With their season set to tipoff Saturday night at the Verizon Center, the Washington Mystics can truly put the 2011 campaign behind them.That's a good thing. After finishing tied for the best record in the WNBA's Eastern Conference in 2010, the Mystics win total plummeted. Beset by injuries and inexperience, the recorddropped to a dismal 6-28. Not surpisingly, massive changes followed; only four players return, including all-star forward and former University of Maryland star Crystal Langhorne.The new roster put together by second-year coach and general manager Trudi Lacey boasts size plus veteran presence up front and in the backcourt. The first chance to see what the revamped squad is all about comes at 7 p.m. against the Chicago Sky. Here's what else you need to know about the new-look Mystics:Who's back: It all starts with Langhorne, who led the Mystics in scoring (18.2), rebounding and field goal percentage last season. The 6-foot-2 forward's scoring average has risen in each of first four WNBA seasons despite being the constant focus of opposing defenses. Help on the wing comes from the return of small forward Monique Currie (Bullis), who missed nearly all of last season with a knee injury. In 2010, the crafty scorer averaged 14.1 points and shot 45 percent from beyond the arc. In the Mystics preseason finale, Currie tallied 19 points and sank both of her 3-point attempts. Good sign indeed.Matee Ajavon took over the off-guard last season and finished second in scoring behind Langhorne. Dealing with a sore knee limited her during training camp while rising second-year point guard Jasmine Thomas missed time with knee tendinitis.Who's new: Seven of the Mystics 11 roster spots are filled with new faces. The acquistion of 6-foot-5 Michelle Snowstands out as the most prominent. The 10-year pro, along with former Seattle Storm shot blocker Crystal Robinson, will provide Langhorne protection inside plus a fiercer presence in the paint and on the glass. Center LaToya Pringle and forward Lindsay Wisdom-Hylton round out the frontcourt.Dominque Canty's 13-years of WNBA experience puts the quarterbacking of the Mystics up-tempo offense into veteran hands. She will also serve as mentor to Thomas, a first-round pick last season. Three-point threat Noelle Quinn and Natasha Lacy add punch off the bench.Then there is rookie Natalie Novosel, one ofthe Mystics twofirst-round picks, but the only one to make the final roster. The gritty anddurable5-foot-11 guardkeyedNotre Dame's run to thenational championship game and she will earn minutes as a defensive stalwart. Novosel also shot 41 percent from 3-point range combined over her last two seasions with the Irish.Where's Alana: After two injury plagued seasons, Alana Beard, the Mystics' all-time leading scorer, moved on during free agency.Beard signed with the Los Angeles Sparks, where she will be reunited with former Mystics Marissa Coleman and Nicky Anosike.The opponent: Like the Mystics,the Skyalso missed the postseason last year. Like the Mystics, the Sky also did not stand pat, adding former all-stars Swin Cash and Ticha Penicheiro. Like the Mystics, it all starts inside for the Sky with the reigning WNBA defensive player of the year and 2012 Olympian Sylvia Fowles. The 6-foot-6 center averaged 20 points and 10 rebounds last season. Speaking of last season, the Sky swept the Mystics in four games.What's the outlook:If Lacey has her way, this team will run more, play sharing is caring basketball and offer greater resistance on the defensive end. The coach said 15 of the team's losses last season came down to thefinal two or three possessions. With all the new but experienced hands, well, on hand, expect better results in the clutch. Barring the unforeseen, don't count on another six-win season. Then again, the East is stacked so even noticeable improvement on the court might not lead to the playoffs. Then again, change is in the air.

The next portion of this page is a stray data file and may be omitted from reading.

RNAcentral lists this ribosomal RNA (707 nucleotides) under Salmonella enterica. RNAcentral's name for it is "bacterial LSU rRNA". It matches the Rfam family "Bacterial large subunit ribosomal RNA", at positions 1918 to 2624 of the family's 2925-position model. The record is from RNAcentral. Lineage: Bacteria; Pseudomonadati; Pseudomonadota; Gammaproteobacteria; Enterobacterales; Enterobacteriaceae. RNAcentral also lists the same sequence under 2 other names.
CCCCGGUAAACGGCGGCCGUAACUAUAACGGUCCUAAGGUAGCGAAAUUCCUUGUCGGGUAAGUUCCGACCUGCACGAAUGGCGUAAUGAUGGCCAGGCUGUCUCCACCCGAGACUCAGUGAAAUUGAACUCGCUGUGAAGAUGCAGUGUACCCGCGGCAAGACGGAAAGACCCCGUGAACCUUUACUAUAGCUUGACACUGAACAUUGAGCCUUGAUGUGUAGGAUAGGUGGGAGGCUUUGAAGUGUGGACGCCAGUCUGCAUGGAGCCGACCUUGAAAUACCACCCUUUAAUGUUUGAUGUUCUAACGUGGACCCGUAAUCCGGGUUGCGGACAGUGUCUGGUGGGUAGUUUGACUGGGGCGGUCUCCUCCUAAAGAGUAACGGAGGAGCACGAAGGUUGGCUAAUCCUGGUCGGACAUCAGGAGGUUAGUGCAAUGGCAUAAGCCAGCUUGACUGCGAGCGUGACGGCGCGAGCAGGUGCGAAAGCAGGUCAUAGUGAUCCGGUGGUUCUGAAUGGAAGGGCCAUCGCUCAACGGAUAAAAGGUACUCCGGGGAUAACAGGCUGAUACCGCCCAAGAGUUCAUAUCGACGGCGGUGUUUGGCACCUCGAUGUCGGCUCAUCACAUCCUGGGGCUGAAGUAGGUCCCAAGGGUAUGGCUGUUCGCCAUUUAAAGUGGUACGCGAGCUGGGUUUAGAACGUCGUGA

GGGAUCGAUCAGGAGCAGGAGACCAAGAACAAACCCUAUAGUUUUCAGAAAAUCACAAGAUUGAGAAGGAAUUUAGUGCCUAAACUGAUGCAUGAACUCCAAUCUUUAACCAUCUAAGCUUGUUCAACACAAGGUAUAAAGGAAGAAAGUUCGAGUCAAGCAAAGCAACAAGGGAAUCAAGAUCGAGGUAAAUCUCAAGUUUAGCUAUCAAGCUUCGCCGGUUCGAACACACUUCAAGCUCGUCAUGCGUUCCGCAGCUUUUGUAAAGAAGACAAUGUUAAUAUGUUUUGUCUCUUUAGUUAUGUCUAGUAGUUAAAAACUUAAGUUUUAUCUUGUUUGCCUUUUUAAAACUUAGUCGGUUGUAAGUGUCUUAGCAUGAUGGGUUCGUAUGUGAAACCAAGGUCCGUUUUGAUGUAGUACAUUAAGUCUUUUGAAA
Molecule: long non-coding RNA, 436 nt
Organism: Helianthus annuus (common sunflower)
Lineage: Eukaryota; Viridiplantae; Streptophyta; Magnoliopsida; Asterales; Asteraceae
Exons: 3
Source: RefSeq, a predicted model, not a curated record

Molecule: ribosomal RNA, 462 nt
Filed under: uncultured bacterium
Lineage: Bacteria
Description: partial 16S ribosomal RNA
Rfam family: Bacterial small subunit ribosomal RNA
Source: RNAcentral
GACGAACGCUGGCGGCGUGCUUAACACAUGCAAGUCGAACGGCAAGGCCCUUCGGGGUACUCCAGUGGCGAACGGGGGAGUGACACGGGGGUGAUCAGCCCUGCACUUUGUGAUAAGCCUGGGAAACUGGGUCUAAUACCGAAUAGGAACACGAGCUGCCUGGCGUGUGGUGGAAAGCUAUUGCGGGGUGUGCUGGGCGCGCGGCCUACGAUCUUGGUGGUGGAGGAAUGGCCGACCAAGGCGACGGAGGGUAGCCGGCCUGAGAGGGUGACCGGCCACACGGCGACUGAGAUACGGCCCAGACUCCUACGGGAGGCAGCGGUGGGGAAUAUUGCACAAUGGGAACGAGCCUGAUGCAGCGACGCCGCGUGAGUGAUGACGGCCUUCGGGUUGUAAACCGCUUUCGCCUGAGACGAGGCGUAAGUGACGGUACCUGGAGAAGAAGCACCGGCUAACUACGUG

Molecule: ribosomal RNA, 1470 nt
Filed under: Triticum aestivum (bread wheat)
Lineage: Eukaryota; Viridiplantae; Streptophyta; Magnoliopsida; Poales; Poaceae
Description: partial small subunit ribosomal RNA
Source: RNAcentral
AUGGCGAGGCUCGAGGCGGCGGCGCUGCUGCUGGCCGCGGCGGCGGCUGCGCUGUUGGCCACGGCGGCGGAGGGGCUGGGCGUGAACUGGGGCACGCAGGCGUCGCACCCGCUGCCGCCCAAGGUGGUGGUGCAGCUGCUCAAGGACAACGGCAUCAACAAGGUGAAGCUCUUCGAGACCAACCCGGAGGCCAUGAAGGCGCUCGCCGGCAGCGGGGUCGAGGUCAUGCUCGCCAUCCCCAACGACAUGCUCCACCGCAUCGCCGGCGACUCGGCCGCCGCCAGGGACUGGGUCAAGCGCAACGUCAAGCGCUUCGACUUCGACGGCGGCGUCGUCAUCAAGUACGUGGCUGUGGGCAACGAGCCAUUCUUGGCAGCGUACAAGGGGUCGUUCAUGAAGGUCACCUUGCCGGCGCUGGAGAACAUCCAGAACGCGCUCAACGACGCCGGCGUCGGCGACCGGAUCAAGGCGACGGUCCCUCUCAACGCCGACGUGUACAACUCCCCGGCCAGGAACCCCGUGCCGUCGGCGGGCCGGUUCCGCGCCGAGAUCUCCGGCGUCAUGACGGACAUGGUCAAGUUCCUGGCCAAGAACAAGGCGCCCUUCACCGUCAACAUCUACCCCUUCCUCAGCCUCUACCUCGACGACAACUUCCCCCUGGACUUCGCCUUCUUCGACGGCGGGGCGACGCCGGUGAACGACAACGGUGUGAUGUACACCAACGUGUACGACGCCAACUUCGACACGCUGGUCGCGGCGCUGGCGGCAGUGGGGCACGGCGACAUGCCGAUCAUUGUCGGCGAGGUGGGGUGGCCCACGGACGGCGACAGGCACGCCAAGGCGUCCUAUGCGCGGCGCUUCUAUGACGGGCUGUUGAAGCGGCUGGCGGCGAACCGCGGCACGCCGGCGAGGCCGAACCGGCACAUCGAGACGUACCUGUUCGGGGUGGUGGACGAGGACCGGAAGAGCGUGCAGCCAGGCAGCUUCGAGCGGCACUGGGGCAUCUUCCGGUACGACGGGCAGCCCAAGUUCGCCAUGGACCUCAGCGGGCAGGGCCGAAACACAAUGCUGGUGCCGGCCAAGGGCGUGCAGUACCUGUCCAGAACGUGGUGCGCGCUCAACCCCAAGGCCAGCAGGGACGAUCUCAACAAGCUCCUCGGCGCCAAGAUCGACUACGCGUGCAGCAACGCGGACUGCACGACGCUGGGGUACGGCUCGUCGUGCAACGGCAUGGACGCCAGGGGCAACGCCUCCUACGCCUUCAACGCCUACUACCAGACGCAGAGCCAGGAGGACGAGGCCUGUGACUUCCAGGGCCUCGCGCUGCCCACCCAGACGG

If you are a fan of the Capitals, you have been hearing for a long time about how difficult this offseason is going to be because of how many expiring contracts the team has. There are a bunch and it can be hard to keep track of.